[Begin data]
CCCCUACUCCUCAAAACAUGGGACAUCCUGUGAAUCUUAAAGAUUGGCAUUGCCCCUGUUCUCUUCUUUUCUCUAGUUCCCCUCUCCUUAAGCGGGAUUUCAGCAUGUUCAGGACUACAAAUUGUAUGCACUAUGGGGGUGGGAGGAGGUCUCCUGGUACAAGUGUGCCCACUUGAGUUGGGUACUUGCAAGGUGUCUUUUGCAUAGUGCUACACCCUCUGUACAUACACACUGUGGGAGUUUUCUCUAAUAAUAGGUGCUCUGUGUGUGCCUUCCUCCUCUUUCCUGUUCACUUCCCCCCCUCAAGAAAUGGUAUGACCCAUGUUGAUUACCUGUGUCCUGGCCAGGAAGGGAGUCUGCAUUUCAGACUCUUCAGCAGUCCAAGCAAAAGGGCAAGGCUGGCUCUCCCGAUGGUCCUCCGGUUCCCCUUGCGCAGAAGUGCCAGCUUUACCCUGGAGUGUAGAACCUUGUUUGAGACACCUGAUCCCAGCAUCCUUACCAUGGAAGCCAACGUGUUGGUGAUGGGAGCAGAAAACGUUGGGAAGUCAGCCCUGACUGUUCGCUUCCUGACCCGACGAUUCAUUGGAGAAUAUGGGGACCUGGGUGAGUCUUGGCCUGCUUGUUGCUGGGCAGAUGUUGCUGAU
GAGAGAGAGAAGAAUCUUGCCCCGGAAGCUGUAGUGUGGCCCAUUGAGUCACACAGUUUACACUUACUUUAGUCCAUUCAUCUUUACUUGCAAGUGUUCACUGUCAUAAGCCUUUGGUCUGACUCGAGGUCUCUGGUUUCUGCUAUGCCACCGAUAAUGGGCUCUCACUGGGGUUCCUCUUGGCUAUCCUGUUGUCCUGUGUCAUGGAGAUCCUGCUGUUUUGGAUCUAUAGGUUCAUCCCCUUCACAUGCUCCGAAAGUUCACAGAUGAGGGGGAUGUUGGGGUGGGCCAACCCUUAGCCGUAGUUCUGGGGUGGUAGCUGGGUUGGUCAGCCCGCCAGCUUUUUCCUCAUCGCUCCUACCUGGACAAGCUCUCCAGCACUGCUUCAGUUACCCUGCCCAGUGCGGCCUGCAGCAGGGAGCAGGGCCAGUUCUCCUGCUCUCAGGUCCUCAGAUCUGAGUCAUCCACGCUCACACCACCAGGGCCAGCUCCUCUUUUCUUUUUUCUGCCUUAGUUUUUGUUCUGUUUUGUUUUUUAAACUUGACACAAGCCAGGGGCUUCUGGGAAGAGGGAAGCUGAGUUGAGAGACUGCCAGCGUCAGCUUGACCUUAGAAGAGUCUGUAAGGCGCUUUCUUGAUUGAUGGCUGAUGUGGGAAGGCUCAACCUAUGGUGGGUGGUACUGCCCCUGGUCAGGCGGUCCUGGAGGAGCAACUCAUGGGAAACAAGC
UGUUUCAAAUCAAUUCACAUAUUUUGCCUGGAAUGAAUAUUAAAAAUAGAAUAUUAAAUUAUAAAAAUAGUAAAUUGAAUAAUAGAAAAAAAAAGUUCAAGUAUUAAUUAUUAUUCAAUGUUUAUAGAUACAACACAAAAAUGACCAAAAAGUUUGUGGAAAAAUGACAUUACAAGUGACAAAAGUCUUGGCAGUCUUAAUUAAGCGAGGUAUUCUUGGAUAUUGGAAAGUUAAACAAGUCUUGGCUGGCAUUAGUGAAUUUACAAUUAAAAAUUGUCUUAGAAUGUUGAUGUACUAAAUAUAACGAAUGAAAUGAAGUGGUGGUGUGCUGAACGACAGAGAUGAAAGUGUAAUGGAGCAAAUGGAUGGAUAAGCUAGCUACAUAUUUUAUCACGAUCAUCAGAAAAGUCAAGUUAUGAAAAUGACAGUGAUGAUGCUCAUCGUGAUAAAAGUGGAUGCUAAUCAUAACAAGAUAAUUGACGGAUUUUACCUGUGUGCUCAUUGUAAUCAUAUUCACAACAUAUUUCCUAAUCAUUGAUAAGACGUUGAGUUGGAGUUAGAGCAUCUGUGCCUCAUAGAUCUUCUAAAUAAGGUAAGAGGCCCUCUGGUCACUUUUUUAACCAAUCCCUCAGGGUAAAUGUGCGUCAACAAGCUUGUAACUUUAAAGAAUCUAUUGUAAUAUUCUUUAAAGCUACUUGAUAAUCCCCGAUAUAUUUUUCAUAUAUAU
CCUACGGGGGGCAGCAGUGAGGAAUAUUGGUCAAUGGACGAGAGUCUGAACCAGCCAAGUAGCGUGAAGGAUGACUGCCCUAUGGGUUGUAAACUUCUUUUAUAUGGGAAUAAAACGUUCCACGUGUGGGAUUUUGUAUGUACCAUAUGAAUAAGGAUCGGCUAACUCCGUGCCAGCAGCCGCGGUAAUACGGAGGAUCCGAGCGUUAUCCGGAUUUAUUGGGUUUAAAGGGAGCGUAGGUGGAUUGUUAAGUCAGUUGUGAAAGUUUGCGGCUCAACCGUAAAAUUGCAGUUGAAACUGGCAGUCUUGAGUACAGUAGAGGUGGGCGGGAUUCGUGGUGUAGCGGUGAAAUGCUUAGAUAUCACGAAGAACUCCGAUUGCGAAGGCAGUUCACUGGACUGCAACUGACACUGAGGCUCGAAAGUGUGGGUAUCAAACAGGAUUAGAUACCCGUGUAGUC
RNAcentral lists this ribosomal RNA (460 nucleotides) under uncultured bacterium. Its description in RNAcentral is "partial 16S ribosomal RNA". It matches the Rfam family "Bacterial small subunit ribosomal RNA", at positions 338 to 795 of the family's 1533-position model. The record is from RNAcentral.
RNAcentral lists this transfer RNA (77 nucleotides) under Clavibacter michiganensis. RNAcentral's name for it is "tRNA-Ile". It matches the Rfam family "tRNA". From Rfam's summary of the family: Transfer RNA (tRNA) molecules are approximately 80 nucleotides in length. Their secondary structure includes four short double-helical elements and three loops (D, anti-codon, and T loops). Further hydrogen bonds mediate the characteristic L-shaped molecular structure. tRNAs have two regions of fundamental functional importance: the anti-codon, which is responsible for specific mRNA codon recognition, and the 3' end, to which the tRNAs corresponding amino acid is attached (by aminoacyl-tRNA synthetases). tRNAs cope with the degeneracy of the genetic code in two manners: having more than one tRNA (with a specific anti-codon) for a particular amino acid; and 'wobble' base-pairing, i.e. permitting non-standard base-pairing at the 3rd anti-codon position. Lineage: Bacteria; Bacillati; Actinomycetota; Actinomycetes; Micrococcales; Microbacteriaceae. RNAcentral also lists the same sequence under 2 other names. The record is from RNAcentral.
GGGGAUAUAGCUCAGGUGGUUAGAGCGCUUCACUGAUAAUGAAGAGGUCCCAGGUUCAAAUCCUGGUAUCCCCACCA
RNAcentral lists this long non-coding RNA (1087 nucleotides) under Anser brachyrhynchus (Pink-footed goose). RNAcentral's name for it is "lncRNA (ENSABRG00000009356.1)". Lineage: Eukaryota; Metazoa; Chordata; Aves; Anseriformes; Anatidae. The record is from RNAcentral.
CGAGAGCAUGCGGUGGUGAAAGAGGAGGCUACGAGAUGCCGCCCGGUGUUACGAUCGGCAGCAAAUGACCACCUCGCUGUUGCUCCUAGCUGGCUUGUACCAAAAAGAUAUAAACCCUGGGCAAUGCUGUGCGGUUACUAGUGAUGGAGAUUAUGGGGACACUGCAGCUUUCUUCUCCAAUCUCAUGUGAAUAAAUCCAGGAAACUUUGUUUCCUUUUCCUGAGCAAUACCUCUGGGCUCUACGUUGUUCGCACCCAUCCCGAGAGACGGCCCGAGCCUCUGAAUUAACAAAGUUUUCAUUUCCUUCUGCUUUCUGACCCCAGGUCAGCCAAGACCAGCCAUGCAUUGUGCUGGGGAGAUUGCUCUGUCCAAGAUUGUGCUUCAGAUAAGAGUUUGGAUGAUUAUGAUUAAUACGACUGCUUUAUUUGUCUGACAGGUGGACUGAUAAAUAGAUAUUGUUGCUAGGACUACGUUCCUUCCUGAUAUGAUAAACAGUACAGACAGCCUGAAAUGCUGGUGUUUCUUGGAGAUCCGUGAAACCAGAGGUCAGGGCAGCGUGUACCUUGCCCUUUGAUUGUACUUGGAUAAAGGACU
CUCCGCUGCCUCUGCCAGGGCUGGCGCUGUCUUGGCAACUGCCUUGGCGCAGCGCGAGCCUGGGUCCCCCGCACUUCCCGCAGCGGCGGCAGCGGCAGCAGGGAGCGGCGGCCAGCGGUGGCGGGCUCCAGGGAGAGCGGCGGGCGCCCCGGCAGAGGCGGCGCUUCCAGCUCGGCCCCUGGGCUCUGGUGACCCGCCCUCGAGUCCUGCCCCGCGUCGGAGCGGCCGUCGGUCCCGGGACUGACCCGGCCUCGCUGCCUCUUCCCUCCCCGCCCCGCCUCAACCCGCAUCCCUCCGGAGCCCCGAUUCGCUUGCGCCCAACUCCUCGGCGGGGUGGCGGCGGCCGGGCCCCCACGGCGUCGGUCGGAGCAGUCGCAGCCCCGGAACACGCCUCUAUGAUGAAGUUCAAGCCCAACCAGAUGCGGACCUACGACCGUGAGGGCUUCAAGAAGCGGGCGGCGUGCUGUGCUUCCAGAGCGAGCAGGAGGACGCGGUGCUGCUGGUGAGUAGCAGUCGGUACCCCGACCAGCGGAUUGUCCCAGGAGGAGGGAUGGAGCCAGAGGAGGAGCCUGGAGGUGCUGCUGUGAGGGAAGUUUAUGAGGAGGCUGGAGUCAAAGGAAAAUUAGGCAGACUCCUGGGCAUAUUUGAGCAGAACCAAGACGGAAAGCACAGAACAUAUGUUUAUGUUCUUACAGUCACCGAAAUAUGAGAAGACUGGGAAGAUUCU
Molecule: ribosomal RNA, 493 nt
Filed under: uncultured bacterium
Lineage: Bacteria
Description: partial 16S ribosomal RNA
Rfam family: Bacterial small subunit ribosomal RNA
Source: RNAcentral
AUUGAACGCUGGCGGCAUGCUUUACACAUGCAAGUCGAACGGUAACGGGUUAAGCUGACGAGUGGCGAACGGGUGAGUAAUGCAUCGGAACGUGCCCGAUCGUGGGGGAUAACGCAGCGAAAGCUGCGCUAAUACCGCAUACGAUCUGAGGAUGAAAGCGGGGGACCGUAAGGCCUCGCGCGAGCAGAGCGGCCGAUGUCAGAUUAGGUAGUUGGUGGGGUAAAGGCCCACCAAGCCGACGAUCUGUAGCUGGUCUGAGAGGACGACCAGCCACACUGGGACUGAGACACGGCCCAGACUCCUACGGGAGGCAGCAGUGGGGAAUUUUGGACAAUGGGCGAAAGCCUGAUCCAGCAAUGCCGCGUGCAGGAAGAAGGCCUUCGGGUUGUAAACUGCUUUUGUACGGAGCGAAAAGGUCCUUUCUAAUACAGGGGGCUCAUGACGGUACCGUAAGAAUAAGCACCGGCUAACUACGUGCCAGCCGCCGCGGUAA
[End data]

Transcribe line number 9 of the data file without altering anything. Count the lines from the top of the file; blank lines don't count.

CGAGAGCAUGCGGUGGUGAAAGAGGAGGCUACGAGAUGCCGCCCGGUGUUACGAUCGGCAGCAAAUGACCACCUCGCUGUUGCUCCUAGCUGGCUUGUACCAAAAAGAUAUAAACCCUGGGCAAUGCUGUGCGGUUACUAGUGAUGGAGAUUAUGGGGACACUGCAGCUUUCUUCUCCAAUCUCAUGUGAAUAAAUCCAGGAAACUUUGUUUCCUUUUCCUGAGCAAUACCUCUGGGCUCUACGUUGUUCGCACCCAUCCCGAGAGACGGCCCGAGCCUCUGAAUUAACAAAGUUUUCAUUUCCUUCUGCUUUCUGACCCCAGGUCAGCCAAGACCAGCCAUGCAUUGUGCUGGGGAGAUUGCUCUGUCCAAGAUUGUGCUUCAGAUAAGAGUUUGGAUGAUUAUGAUUAAUACGACUGCUUUAUUUGUCUGACAGGUGGACUGAUAAAUAGAUAUUGUUGCUAGGACUACGUUCCUUCCUGAUAUGAUAAACAGUACAGACAGCCUGAAAUGCUGGUGUUUCUUGGAGAUCCGUGAAACCAGAGGUCAGGGCAGCGUGUACCUUGCCCUUUGAUUGUACUUGGAUAAAGGACU